What you discover when you really listen | Hrishikesh Hirway

    Play Episode Listen Later Oct 13, 2021 15:13

    "Every conversation has the potential to open up and reveal all the layers and layers within it, all those rooms within rooms," says podcaster and musician Hrishikesh Hirway. In this profoundly moving talk, he offers a guide to deep conversations and explores what you learn when you stop to listen closely. Stay tuned to the end to hear a performance of his original song "Between There and Here (feat. Yo-Yo Ma)."

    A roadmap for young changemakers | Melati Wijsen

    Play Episode Listen Later Oct 12, 2021 8:02

    Activism is a tough job, especially for young people yearning for immediate change -- something climate activist Melati Wijsen has learned over ten years of pushing for environmental protection, starting at age 12 in her home on the island of Bali, Indonesia. How can young changemakers acquire the skills they need and keep from burning out? Wijsen offers three pieces of advice for anybody seeking to make lasting, sustainable progress.

    5 tips for dealing with meeting overload | Cindy Solomon

    Play Episode Listen Later Oct 11, 2021 5:08

    Could this meeting have been an email? The phenomenon of "calendar creep," where meetings completely take over your work days, is wasting time, energy and productivity -- but you can take back control. Leadership expert Cindy Solomon shares her five tips for clearing up your schedule and getting your calendar to work for you, not against you.

    How humanity doubled life expectancy in a century | Steven Johnson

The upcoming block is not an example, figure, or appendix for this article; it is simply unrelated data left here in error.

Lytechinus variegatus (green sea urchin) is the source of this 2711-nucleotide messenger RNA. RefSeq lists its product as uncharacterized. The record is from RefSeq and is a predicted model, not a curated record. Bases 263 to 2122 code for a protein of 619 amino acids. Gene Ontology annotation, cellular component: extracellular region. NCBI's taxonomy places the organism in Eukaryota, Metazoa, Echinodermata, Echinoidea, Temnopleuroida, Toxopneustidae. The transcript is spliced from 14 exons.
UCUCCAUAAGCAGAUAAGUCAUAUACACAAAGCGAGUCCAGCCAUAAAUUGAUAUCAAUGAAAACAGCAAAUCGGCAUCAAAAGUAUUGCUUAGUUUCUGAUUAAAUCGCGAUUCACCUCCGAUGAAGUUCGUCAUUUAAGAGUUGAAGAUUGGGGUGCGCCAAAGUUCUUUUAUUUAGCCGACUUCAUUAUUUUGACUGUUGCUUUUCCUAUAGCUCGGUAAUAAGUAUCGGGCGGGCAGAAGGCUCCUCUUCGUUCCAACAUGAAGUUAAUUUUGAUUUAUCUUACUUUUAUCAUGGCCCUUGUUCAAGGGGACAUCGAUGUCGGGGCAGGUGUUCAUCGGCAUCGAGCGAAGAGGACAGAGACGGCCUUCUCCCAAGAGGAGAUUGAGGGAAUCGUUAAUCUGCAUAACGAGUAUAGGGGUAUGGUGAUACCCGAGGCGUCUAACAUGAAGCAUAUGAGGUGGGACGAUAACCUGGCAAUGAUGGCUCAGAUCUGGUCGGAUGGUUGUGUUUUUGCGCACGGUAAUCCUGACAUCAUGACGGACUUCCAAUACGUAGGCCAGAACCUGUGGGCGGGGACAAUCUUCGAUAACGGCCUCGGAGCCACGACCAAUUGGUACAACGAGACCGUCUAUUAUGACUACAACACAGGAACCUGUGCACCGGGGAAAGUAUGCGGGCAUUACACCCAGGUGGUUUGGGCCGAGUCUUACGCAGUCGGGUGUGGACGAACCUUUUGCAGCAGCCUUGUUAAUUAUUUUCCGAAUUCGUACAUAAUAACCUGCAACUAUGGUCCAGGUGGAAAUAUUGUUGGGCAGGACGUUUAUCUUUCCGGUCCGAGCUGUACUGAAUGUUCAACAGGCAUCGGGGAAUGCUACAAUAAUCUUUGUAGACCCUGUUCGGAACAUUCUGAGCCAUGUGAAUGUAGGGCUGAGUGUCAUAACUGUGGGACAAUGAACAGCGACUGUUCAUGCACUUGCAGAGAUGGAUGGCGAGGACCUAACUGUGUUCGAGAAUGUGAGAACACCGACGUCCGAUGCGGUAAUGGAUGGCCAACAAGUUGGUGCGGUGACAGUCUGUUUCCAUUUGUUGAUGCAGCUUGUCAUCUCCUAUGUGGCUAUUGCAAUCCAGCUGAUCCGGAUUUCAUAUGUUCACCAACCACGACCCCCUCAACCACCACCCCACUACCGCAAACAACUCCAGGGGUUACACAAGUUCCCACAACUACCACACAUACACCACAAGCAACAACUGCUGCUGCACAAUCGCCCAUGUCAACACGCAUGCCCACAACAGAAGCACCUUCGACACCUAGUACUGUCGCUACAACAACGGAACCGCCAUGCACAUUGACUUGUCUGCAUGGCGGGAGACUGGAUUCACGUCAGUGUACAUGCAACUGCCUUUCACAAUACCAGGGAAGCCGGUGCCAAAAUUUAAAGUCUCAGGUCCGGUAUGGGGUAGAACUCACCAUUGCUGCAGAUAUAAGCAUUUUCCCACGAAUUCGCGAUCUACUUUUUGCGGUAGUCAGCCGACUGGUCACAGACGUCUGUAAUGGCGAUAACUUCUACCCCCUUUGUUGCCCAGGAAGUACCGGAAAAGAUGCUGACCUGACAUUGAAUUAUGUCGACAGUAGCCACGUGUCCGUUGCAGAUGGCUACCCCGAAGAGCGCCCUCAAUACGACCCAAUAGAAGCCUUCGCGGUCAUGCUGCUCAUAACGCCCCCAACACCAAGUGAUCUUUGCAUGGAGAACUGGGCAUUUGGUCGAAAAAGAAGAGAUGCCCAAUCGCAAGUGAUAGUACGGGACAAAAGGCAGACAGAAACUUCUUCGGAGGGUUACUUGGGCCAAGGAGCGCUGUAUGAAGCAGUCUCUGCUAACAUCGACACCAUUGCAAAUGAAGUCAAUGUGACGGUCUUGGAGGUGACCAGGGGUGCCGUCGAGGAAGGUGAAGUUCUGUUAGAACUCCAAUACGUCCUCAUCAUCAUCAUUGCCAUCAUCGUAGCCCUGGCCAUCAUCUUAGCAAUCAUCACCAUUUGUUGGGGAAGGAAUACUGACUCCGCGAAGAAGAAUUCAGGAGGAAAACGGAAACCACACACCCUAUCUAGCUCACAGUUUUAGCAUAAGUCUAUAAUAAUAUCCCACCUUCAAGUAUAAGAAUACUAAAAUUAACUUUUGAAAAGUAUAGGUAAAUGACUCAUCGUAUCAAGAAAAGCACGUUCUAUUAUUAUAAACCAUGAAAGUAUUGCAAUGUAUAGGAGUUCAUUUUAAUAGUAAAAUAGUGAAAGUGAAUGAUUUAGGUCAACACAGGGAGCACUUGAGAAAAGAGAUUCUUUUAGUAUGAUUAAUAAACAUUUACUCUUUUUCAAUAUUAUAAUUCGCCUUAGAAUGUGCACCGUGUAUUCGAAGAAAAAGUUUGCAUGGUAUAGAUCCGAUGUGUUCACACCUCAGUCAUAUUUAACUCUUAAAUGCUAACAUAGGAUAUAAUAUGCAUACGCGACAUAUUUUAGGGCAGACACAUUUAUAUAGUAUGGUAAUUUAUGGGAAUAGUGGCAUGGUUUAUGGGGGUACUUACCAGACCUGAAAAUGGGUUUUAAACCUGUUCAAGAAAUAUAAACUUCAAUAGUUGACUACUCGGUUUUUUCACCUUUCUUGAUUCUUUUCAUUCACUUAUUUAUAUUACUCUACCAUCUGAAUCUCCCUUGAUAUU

Play Episode Listen Later Oct 8, 2021 13:49


    Doubling human life expectancy in a century is our greatest achievement, says author Steven Johnson. How did we make it happen -- and can we keep it going? Backed by fascinating historical anecdotes, he shares some life-lengthening innovations and reminds us of three key things needed to make sure all of humanity enjoys these advancements in health.


    A more accurate way to calculate emissions | Charlotte Degot

    Play Episode Listen Later Oct 7, 2021 9:25

    Greenhouse gases are colorless, scentless and invisible, making them exceptionally hard to measure. Fortunately, some tools and techniques can help -- one of the most powerful being artificial intelligence, says green technologist Charlotte Degot. By processing massive amounts of data on carbon emissions, she explains how AI makes it possible for corporations to set meaningful climate targets, more accurately track their progress and, most importantly, reduce pollution over time.

    The brain science of obesity | Mads Tang-Christensen

    Play Episode Listen Later Oct 6, 2021 9:49

    Your belly and your brain speak to each other, says obesity researcher Mads Tang-Christensen. Offering scientific proof that obesity is a disease influenced by genetics and the environment, he introduces a molecule discovered in both the brain and gut that helps control appetite -- and which could be engineered to promote healthy weight loss for those living with obesity.